• By Gonzo
      Down the Hatch
      The crazy stuff I’ve found in a gas tank.
               Never fails, boyfriend dumps girlfriend, girlfriend pours sugar in boyfriend’s gas tank. Girlfriend dumps boyfriend, time for more sugar in the boyfriend’s fuel tank. The actual “who” that does the pouring is up for grabs.  Sometimes it’s the boyfriend, sometimes it’s the girlfriend, sometimes it’s that crazy co-worker you worked with, or some wacky protester who just hates gasoline for some reason. Ya just never know, but you can be sure of one thing, somebody, somewhere, is going to pour something into somebody’s fuel tank.
               Sugar is the ‘go to’ item in most cases. Can’t find the sugar, then find a good substitute. You’re not much on improvising while you’re stressed out about the latest fling who let you down? Not to worry, as long as it’s something that will fit down the filler neck … it’s fair game. Honestly, after all the crazy stuff I’ve found stuffed down the old petrol pipe, I feel like I’m a regular expert on the subject.
              On occasion, it’s plain dirt that finds its way to the bottom of the fuel tank, but chocolate bars, rice, and flour are all common substitutes when the sugar is running low in the cupboard. The last chocolate bar incident was rather unusual, though. They didn’t bother to take the wrappers off the bars. Nice try. Effective yes, and it did get the car sent to the repair shop, but the repair was minor compared to the sticky mess that it could have been. Maybe next time go for the small bars you get around Halloween, they’ll fit down the filler neck a bit better.  Chocolate is always a favorite, especially after Valentine’s Day. You get all those bite size pieces with their gooey centers slowly oozing their way into the fuel tank. Those cherry centers ones, eww… they’re extra messy.  
               Rice on the other hand, well that’s a bit more devious than the traditional sugar stuff-o-matic method.  The rice doesn’t really swell in gasoline, it tends to harden like little concrete torpedoes.  Flour tends to float, clumps up like badly shaped dough balls, and makes an even bigger mess if it gets into the fuel pump. But, let’s not dwell on just kitchen condiments and baking supplies as the only source for self-satisfaction after a bad relationship or a bit of self-retribution and redemption.  Shampoo, liquid soap, shaving cream, and other hygiene products from the bano have made their way to the fuel tank on a few occasions, too.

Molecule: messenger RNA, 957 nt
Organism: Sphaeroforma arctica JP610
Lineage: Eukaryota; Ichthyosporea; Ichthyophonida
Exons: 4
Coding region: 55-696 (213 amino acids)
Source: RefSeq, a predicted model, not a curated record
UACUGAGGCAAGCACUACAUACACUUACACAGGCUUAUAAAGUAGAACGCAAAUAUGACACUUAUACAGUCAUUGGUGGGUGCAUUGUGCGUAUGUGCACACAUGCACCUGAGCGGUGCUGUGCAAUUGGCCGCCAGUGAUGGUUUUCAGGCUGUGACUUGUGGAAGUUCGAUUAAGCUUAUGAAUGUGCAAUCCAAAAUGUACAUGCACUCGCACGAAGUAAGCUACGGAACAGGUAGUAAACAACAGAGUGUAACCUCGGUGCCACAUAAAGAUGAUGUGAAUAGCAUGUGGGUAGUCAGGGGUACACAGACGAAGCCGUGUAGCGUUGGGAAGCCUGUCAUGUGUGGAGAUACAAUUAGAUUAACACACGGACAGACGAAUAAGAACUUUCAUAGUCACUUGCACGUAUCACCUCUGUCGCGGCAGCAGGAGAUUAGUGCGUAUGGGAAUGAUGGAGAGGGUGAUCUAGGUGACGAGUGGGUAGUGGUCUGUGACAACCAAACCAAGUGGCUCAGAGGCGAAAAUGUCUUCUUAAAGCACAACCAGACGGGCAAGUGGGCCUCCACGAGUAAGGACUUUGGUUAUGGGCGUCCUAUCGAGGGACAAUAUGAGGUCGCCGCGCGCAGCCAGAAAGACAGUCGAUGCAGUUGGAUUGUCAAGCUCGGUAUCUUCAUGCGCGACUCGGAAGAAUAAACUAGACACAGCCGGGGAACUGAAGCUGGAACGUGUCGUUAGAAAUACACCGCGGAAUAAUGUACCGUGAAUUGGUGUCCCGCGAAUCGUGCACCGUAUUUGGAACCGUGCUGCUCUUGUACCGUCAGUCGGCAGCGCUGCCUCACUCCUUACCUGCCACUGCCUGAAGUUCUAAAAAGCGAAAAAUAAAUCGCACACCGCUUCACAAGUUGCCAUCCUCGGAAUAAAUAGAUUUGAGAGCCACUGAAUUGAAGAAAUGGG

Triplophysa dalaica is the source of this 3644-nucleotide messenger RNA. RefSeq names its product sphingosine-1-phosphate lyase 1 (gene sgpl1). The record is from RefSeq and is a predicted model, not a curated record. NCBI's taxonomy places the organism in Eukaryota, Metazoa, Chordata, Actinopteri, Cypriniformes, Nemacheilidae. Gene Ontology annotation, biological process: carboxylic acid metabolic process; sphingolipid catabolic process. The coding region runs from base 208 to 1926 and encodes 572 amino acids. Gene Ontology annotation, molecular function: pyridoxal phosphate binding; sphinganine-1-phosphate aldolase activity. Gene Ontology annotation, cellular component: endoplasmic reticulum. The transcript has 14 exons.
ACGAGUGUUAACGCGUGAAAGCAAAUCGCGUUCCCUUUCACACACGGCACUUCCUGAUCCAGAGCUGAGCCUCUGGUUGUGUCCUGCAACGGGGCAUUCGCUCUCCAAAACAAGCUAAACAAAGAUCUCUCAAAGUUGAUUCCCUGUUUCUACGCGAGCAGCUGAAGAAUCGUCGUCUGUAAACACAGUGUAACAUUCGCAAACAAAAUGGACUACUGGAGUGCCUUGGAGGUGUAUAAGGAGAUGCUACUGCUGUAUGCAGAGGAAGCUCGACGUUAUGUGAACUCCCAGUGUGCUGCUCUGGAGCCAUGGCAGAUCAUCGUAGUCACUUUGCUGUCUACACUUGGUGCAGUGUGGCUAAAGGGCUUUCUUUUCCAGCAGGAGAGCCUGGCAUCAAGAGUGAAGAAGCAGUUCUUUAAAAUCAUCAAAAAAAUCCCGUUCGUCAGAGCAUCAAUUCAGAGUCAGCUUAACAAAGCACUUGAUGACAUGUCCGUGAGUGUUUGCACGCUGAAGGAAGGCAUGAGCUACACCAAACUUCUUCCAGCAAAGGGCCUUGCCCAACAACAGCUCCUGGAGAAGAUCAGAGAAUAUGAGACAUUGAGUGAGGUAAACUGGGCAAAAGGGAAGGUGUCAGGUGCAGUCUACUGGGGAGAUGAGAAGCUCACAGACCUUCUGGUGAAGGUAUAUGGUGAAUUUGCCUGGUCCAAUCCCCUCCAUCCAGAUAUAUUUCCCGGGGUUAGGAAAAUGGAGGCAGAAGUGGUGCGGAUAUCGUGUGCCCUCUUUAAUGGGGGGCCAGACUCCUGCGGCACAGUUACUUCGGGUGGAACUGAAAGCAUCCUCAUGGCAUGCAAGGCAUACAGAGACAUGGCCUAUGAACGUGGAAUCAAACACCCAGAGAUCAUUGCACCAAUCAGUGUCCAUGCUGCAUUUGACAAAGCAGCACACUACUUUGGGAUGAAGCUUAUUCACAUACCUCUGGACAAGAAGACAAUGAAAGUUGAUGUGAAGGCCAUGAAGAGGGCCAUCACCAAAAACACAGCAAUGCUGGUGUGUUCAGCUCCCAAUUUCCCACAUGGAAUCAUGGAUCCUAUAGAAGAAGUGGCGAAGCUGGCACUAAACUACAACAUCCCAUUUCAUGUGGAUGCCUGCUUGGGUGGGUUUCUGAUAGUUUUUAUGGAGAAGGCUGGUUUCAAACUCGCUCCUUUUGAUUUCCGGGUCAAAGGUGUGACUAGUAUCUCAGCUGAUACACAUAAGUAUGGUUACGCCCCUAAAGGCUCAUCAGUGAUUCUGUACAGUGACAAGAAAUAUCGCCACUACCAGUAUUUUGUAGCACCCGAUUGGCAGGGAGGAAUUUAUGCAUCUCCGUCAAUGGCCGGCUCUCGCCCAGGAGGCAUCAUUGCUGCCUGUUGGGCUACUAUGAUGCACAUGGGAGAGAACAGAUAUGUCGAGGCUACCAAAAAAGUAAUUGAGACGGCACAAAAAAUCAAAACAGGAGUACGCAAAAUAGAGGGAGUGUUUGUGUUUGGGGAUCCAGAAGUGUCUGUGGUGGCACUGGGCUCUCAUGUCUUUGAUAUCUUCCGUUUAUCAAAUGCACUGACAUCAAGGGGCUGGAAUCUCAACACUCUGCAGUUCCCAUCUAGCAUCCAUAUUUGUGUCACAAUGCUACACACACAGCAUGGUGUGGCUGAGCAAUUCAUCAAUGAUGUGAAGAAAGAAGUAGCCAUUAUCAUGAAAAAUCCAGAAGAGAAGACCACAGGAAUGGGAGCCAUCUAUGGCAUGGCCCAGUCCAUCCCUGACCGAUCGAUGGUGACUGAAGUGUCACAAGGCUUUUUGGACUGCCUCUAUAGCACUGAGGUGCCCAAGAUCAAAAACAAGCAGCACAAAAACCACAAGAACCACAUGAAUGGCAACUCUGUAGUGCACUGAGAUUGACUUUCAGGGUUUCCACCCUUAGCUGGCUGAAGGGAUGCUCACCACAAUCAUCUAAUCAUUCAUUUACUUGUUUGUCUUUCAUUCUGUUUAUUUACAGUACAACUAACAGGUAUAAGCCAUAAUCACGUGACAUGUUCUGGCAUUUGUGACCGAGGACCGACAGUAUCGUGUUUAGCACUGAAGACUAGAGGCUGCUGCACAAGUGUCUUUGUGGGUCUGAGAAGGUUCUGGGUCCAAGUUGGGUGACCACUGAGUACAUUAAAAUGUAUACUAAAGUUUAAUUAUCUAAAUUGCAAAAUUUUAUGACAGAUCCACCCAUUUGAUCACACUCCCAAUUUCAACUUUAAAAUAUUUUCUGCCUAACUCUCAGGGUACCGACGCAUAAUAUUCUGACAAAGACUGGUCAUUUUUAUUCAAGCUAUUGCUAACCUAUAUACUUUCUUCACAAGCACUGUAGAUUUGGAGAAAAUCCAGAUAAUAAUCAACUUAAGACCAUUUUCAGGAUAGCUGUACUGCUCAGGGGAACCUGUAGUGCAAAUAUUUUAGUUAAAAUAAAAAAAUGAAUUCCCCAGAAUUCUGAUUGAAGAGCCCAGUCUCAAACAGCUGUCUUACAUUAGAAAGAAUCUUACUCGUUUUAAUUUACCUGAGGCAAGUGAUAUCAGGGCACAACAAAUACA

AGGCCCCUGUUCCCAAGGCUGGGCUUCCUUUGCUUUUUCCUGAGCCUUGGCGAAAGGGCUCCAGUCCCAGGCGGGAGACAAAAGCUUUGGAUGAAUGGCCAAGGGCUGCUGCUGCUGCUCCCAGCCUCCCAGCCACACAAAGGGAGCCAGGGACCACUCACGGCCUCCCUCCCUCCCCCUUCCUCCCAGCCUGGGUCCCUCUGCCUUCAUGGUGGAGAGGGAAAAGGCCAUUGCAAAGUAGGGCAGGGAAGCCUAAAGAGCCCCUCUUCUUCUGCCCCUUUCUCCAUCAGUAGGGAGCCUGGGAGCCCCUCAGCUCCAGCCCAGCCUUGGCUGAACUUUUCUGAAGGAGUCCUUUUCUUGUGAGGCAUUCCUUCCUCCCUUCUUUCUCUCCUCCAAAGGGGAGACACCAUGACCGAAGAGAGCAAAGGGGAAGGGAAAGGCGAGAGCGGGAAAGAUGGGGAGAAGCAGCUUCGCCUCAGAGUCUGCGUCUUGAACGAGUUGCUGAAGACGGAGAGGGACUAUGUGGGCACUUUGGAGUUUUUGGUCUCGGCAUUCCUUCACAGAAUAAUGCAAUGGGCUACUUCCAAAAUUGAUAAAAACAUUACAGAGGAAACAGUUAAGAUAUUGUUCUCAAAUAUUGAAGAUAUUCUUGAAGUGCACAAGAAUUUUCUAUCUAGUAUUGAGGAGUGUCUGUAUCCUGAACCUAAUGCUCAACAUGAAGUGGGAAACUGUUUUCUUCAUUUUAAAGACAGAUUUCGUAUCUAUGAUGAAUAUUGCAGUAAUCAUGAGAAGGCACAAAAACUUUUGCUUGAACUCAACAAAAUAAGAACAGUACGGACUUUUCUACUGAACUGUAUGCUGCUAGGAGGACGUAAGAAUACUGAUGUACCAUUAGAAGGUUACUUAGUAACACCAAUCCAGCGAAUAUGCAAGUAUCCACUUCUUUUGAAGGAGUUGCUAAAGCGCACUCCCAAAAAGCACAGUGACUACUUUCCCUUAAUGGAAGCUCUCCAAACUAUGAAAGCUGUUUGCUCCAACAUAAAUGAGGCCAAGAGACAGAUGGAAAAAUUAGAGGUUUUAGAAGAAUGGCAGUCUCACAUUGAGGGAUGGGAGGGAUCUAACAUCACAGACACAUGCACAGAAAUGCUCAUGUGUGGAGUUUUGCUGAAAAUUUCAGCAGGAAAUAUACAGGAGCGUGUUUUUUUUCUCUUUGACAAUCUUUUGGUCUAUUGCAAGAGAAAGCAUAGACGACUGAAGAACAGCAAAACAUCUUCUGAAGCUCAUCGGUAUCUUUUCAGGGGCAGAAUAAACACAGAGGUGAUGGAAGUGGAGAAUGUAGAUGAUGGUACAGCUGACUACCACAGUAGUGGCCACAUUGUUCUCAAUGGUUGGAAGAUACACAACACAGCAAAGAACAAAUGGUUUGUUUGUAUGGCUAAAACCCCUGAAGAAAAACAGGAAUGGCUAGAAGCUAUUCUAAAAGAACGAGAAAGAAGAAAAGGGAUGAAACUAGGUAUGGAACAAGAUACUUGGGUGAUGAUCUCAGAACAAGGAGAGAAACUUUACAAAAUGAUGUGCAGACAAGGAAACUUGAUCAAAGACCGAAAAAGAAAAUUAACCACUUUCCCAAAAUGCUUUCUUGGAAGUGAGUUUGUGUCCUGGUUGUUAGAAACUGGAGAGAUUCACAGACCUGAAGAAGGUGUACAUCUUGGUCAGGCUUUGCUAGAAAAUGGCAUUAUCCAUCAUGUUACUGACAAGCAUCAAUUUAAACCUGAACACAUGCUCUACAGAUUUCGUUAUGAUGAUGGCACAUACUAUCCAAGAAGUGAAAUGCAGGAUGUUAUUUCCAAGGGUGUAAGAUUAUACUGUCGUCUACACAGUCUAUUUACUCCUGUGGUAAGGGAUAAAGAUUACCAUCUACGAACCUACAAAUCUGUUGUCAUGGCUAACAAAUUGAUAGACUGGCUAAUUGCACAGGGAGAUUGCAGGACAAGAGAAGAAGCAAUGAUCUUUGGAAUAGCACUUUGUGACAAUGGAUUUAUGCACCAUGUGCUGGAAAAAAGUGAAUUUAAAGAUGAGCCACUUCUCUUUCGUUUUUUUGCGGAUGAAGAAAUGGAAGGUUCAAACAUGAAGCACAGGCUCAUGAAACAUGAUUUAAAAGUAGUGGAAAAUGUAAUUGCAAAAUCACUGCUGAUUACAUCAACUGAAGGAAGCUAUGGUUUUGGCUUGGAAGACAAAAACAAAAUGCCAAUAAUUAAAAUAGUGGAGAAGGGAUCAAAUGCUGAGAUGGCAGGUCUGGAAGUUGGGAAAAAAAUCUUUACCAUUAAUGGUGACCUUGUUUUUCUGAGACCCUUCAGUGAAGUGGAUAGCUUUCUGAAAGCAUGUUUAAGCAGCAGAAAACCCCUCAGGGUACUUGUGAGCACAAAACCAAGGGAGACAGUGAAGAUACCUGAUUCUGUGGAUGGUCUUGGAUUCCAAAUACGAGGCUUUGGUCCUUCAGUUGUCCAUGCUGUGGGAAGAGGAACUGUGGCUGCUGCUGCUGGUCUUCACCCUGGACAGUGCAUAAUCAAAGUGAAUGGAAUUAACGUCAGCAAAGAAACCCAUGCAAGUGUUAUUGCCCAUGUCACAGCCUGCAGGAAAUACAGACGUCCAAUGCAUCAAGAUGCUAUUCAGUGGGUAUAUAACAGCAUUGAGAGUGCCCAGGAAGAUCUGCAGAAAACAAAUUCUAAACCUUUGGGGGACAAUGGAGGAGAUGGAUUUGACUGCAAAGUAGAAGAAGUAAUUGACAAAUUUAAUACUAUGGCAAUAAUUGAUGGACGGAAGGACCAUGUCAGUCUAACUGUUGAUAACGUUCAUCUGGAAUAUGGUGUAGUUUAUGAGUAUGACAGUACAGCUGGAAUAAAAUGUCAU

Now, there was this one diesel truck I’d like to mention with a rather gravely problem.  It still ran and drove into the shop, but the fuel gauge wasn’t working. However, when the tank wouldn’t hold as much as it used to the owner began to wonder if something was a bit more seriously wrong.  There was something wrong all right, the tank was about half full of gravel! It weighed a ton!  Dropping the tank was a lesson in dealing with a ‘live’ load and how to balance a fuel tank that couldn’t be completely drained on a precarious tranny jack.  Imagine my surprise when I finally got a chance to look inside the tank and saw this guy’s driveway soaking in diesel fuel. The owner thinks it was his grandkids helping him out.  Nice try kids. Any other truck would have had a screen in the filler neck or some sort of check ball, but not this one.
               Now with these DEF systems there’s a whole new problem to deal with. Put the wrong fluid down the wrong filler neck and you could be in for a huge repair bill. Generally these types of problems aren’t from your old girlfriend or boyfriend, but they could be. Maybe, they’re just trying to be helpful.  Then, you find out they’re color blind, and they can’t tell the difference between the green and blue labels.  Uhm, my bad. (Yea, likely story) Now, if it’s on one of those newer Dodge trucks… there’s no colored coded fuel cap anyway. To make matters worse, the urea mix is acidic and isn’t all that friendly to the paint. How wonderful is that!?